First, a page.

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Reservists Being Called to Active Duty

I am being called to active duty and have questions about my employer provided pension and health benefits.  Where can I get more information about my benefits?

The Department of Labor's Veterans' Employment and Training Service (VETS) has information for veterans, National Guard or reservists who may be activated for military service.  National Guard and reserve members called to active duty, and their civilian employers, have certain rights and responsibilities under the Uniformed Services Employment and Reemployment Rights Act (USERRA).  VETS has developed a fact sheet and an interactive computer program, the USERRA Advisor, which address the rights and responsibilities of individuals and their employers under the law.  These tools, and other USERRA information, can be found on the VETS web site.

My family had health coverage through my employer when I was called for active duty in the military.  What are my rights to health coverage now?

If you are on active duty for more than 30 days, you and your dependents should be covered by military health care. For more information on these programs contact your military unit.

In addition, two laws protect your right to continue health coverage under an employment-based group health plan.  The Consolidated Omnibus Budget Reconciliation Act (COBRA) provides health coverage continuation rights to employees and their families after an event such as reduction in employment hours.  The Uniformed Services Employment and Reemployment Rights Act of 1994 (USERRA) is intended to minimize the disadvantages that occur when a person needs to be absent from civilian employment to serve in the uniformed services.  Both COBRA and USERRA generally allow individuals called for active duty to continue coverage for themselves and their dependents under an employment-based group health plan for up to 18 months.  If military service is for 30 or fewer days, you and your family can continue coverage at the same cost as before your short service.  If military service is longer, you and your family may be required to pay as much as 102% of the full premium for coverage.  You should receive a notice from your plan explaining your rights.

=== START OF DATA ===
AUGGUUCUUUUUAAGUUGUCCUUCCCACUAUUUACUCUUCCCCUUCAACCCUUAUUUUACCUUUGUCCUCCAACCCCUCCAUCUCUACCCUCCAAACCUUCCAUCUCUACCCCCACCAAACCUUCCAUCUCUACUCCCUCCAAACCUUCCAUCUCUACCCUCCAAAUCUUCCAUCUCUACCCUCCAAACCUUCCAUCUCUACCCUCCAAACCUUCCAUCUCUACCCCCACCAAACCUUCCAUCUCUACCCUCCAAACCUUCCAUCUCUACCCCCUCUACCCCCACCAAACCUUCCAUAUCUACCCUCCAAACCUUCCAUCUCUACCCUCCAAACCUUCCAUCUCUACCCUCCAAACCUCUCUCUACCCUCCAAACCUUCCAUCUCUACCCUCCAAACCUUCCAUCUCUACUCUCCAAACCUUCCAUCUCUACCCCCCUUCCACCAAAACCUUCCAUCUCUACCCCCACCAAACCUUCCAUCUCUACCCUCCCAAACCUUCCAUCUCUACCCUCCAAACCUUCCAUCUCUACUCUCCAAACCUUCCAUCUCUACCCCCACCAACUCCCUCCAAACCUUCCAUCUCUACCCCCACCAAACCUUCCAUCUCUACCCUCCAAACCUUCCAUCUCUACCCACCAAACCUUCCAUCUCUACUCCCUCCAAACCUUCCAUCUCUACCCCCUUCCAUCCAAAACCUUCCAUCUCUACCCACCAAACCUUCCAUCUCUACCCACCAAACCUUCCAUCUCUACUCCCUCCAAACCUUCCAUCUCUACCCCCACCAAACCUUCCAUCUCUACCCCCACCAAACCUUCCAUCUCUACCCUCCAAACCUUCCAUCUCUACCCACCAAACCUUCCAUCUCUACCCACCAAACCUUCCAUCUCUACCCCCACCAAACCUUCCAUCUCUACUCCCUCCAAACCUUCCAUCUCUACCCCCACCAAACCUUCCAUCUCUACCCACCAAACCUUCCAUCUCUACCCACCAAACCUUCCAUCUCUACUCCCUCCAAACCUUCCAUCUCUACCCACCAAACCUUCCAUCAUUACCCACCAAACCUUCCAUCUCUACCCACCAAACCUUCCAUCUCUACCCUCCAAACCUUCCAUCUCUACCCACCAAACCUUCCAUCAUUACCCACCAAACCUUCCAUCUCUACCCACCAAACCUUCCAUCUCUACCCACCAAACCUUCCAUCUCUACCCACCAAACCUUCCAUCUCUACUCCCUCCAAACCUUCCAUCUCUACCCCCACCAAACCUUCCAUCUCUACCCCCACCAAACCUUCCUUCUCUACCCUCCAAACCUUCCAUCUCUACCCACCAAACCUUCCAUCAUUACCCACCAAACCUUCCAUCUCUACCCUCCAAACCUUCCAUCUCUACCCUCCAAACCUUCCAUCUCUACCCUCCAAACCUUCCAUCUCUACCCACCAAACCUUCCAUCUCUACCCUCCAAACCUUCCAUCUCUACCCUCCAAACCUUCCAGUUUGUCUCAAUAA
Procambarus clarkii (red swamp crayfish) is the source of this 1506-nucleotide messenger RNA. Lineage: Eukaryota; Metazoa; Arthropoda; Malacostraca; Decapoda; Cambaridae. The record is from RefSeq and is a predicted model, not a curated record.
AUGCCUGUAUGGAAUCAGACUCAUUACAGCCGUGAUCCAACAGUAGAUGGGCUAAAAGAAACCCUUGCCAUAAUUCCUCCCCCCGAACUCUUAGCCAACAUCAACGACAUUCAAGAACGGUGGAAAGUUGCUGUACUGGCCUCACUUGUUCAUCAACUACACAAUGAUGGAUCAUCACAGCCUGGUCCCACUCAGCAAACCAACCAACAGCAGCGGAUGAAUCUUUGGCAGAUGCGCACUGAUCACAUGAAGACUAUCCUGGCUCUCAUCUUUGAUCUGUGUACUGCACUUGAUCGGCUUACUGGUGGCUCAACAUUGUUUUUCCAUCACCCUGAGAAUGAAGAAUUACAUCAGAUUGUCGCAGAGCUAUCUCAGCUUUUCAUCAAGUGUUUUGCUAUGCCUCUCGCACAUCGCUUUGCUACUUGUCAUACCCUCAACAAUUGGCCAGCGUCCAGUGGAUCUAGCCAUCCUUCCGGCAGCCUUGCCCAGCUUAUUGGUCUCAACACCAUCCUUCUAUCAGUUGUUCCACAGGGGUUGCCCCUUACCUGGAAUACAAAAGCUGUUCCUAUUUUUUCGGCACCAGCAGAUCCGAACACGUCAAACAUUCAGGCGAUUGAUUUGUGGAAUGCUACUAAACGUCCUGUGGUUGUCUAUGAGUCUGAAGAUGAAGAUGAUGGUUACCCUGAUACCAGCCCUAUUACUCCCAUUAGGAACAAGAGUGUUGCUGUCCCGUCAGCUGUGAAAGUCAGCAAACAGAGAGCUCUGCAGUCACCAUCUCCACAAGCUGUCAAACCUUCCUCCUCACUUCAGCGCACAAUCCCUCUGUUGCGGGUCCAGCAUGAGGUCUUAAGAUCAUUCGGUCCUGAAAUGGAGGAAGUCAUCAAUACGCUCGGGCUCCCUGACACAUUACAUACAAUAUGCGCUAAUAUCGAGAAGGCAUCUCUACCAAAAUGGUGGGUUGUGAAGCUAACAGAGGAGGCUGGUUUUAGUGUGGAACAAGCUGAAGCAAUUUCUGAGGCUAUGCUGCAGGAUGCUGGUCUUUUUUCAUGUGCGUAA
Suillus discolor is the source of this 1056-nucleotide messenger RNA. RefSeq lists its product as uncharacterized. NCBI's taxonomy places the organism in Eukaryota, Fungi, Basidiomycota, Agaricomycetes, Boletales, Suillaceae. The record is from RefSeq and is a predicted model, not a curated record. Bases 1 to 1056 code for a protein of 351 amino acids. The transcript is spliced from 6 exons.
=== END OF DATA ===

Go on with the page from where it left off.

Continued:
Finally, another law known as the Health Insurance Portability and Accountability Act (HIPAA) may give you and your family rights to enroll in other group health plan coverage if it is available to you (for example, if your spouse's employer sponsors a group health plan).  You and your family have this opportunity to enroll regardless of the plan's otherwise applicable enrollment periods.  However, to qualify, you must request enrollment in the other plan (for example, your spouse's plan) within 30 days of losing eligibility for coverage under your employer's plan.  After special enrollment is requested, coverage is required to be made effective no later than the first day of the first month following your request for enrollment.  If you are on active duty more than 30 days, coverage in another plan through special enrollment is often cheaper than continuation coverage because the employer often pays a part of the premium.  For more information on the interaction of COBRA and HIPAA, see IRS Notice 98-12: Deciding Whether to Elect COBRA Health Care Continuation Coverage After the Enactment of HIPAA.

Note: When considering your health coverage options, you should examine the scope of the coverage (including benefit coverage and limitations, visit limits, and dollar limits), premiums, cost-sharing (including co-payments and deductibles), and waiting periods for coverage.

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If one of my dependents wants to continue with a current doctor or hospital, can I elect COBRA continuation coverage for only that dependent?

Yes.  You and each of your dependents have a separate, individual right to elect continuation coverage.

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My family was already on COBRA when I was called for active duty.  Can we keep our COBRA coverage?

Yes.  COBRA continuation coverage cannot be terminated because a reservist receives health coverage as an active duty member of the uniformed services and a reservist's family receives health coverage under a government program such as TRICARE.

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My family and I had health coverage under my employer's group health plan before I was called on active duty.  We let this coverage lapse while I was away and took military health coverage.  When I return to my employer from active duty, what are our rights to health coverage under my old plan?

Under USERRA, you and your family should be able to reenter your employer's health plan.  In addition, your plan generally cannot impose a waiting period or other exclusion period if health coverage would have been provided were it not for military service.  The only exception to USERRA's prohibition of exclusions is for an illness or injury determined by the Secretary of Veterans Affairs to have been incurred in, or aggravated during, performance of service in the uniformed services, which is covered by the military health plan.

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